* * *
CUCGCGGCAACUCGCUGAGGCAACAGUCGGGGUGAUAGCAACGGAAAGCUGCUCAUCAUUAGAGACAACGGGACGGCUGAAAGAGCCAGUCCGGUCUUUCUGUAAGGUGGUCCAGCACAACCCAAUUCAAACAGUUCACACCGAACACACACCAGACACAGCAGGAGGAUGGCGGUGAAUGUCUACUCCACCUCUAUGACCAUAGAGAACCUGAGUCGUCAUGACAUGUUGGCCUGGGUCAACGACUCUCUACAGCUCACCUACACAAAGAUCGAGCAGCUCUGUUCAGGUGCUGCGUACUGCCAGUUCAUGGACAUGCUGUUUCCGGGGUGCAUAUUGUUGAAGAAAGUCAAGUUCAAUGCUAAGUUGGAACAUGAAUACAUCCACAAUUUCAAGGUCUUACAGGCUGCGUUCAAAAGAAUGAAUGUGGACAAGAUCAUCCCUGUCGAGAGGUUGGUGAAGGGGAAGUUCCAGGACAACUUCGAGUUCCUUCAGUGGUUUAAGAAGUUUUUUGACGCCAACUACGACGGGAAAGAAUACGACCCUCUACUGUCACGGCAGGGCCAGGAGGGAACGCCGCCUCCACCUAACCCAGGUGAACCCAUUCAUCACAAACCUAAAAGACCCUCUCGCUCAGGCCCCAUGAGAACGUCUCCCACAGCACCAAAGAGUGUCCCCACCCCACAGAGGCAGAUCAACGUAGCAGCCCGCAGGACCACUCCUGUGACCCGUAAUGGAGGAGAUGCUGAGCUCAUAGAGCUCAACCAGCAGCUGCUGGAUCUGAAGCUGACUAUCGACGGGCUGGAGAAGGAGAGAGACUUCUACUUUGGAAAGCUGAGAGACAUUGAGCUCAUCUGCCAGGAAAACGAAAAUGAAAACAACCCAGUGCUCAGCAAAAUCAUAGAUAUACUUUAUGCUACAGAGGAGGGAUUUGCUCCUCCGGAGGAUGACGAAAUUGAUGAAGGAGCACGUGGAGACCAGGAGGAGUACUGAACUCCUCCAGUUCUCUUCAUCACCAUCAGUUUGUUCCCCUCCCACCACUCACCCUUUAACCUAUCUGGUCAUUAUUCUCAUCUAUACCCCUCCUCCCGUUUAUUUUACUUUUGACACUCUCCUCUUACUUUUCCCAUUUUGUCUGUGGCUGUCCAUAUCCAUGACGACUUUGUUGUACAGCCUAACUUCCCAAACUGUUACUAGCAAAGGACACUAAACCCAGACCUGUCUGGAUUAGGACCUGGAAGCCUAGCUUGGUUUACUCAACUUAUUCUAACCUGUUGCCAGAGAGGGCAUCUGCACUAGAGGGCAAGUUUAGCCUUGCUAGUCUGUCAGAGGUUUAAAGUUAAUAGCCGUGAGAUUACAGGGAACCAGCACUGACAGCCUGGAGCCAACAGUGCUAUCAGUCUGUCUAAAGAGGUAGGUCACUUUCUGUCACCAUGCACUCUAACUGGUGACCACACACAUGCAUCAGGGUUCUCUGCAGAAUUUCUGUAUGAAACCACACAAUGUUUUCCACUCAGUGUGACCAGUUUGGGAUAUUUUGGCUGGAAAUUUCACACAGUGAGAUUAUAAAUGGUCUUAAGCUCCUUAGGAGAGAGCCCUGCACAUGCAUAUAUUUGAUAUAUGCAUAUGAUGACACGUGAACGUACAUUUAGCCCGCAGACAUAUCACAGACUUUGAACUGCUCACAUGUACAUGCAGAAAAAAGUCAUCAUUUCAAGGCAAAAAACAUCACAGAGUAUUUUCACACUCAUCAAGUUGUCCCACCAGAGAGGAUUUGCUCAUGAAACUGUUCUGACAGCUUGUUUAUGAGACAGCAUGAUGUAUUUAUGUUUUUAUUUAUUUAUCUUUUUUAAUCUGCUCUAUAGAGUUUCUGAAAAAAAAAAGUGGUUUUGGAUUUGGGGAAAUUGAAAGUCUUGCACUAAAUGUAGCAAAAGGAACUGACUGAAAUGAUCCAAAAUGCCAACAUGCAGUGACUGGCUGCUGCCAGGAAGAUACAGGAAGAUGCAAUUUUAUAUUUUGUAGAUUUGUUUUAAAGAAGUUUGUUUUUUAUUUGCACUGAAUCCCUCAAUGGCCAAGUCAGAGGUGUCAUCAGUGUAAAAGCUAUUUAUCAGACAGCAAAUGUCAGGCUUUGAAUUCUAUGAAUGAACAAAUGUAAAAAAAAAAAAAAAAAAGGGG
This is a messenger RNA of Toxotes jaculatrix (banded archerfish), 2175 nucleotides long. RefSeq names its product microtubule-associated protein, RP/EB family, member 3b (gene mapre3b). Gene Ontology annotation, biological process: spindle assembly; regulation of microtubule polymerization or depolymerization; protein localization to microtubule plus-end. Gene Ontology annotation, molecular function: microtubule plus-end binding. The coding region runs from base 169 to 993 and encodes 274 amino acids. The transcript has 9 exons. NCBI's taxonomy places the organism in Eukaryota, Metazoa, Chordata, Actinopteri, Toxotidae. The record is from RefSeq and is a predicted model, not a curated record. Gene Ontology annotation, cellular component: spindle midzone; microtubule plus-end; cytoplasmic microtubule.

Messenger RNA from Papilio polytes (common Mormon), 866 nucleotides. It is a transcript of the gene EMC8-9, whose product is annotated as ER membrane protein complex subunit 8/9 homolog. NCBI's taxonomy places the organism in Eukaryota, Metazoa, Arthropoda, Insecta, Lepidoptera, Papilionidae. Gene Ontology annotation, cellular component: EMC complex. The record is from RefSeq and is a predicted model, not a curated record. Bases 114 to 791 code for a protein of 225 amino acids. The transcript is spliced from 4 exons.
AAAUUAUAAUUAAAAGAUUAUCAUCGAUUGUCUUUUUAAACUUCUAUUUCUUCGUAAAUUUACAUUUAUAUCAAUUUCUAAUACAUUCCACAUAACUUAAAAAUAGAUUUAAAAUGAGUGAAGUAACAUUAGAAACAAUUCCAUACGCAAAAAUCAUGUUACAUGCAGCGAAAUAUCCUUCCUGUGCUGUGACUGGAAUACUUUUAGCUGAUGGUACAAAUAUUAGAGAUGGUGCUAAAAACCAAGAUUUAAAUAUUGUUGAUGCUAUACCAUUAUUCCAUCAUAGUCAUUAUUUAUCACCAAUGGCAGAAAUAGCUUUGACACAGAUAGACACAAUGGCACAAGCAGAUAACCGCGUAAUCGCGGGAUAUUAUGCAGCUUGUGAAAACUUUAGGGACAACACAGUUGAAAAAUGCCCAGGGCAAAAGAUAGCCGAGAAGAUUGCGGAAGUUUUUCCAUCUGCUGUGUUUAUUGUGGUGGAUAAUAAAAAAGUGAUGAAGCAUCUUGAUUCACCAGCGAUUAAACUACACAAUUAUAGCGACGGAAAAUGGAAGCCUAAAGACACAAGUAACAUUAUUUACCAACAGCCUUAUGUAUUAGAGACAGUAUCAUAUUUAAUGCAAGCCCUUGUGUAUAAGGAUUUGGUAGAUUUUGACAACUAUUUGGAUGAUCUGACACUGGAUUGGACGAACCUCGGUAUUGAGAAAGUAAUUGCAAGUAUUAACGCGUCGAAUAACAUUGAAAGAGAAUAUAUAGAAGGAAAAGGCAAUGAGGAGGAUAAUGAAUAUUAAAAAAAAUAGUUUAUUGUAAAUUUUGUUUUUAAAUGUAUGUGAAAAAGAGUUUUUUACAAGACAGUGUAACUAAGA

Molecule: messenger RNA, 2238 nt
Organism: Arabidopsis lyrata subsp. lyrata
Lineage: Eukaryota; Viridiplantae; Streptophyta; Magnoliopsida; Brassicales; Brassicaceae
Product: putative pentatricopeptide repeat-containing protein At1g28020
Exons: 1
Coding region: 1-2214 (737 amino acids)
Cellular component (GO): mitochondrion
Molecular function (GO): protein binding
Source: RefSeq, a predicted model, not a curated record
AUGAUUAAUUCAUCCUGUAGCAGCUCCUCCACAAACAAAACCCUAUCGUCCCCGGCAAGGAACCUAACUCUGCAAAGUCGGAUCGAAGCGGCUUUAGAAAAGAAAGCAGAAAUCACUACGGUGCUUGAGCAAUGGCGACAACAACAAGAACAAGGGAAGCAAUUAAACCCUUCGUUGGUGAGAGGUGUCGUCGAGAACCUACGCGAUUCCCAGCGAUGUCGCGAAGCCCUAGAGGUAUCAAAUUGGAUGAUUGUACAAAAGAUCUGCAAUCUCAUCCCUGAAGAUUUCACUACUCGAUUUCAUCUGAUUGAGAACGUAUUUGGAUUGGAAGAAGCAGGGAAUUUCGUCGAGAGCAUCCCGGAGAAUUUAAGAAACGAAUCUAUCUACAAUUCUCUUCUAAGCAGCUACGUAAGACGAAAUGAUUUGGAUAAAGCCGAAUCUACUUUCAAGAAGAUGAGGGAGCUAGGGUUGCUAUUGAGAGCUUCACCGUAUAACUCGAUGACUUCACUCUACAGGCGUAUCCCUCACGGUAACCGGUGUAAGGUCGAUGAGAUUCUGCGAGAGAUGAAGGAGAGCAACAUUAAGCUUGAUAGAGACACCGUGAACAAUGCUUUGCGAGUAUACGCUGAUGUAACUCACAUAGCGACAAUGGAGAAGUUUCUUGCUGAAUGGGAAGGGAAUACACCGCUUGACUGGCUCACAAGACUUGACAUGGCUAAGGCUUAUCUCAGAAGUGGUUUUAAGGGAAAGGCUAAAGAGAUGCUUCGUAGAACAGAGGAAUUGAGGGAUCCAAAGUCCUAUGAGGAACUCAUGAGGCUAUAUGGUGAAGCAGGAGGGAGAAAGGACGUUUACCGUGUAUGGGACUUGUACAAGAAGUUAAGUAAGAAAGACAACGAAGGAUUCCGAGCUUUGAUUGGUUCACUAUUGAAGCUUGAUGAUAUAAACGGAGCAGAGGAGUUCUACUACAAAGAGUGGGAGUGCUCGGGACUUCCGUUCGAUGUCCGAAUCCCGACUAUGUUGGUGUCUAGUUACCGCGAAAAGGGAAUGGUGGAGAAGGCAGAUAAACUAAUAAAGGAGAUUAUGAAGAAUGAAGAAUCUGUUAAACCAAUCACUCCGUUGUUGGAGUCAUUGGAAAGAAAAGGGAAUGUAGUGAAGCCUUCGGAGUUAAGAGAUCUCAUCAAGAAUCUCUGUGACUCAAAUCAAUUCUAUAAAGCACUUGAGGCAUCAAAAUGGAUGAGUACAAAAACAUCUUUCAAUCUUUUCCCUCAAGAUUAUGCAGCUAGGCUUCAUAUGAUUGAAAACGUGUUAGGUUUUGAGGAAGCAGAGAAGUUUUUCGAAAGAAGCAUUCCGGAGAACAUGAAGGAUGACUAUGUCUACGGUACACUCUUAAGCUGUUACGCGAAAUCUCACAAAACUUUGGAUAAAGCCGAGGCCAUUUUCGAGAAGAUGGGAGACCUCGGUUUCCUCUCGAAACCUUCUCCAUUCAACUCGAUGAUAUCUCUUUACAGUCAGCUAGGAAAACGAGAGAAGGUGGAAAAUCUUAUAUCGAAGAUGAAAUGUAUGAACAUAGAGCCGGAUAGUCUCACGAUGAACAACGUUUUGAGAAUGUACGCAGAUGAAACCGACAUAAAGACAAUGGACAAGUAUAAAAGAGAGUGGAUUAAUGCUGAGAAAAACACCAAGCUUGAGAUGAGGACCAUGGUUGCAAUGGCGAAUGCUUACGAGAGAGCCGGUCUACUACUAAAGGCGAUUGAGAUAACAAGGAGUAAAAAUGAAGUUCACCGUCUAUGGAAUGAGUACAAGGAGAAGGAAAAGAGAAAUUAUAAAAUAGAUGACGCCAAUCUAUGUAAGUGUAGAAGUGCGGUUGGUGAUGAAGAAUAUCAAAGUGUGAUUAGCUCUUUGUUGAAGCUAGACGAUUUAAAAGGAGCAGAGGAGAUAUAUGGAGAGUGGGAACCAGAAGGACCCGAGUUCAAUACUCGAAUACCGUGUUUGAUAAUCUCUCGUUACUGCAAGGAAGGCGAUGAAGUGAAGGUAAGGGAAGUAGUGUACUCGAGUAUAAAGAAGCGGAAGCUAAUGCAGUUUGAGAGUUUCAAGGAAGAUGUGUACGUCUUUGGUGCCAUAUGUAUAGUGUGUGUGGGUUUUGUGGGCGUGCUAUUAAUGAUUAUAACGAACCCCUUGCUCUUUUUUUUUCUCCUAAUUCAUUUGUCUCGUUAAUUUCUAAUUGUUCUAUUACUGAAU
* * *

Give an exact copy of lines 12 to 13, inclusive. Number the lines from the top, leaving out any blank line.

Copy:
Molecular function (GO): protein binding
Source: RefSeq, a predicted model, not a curated record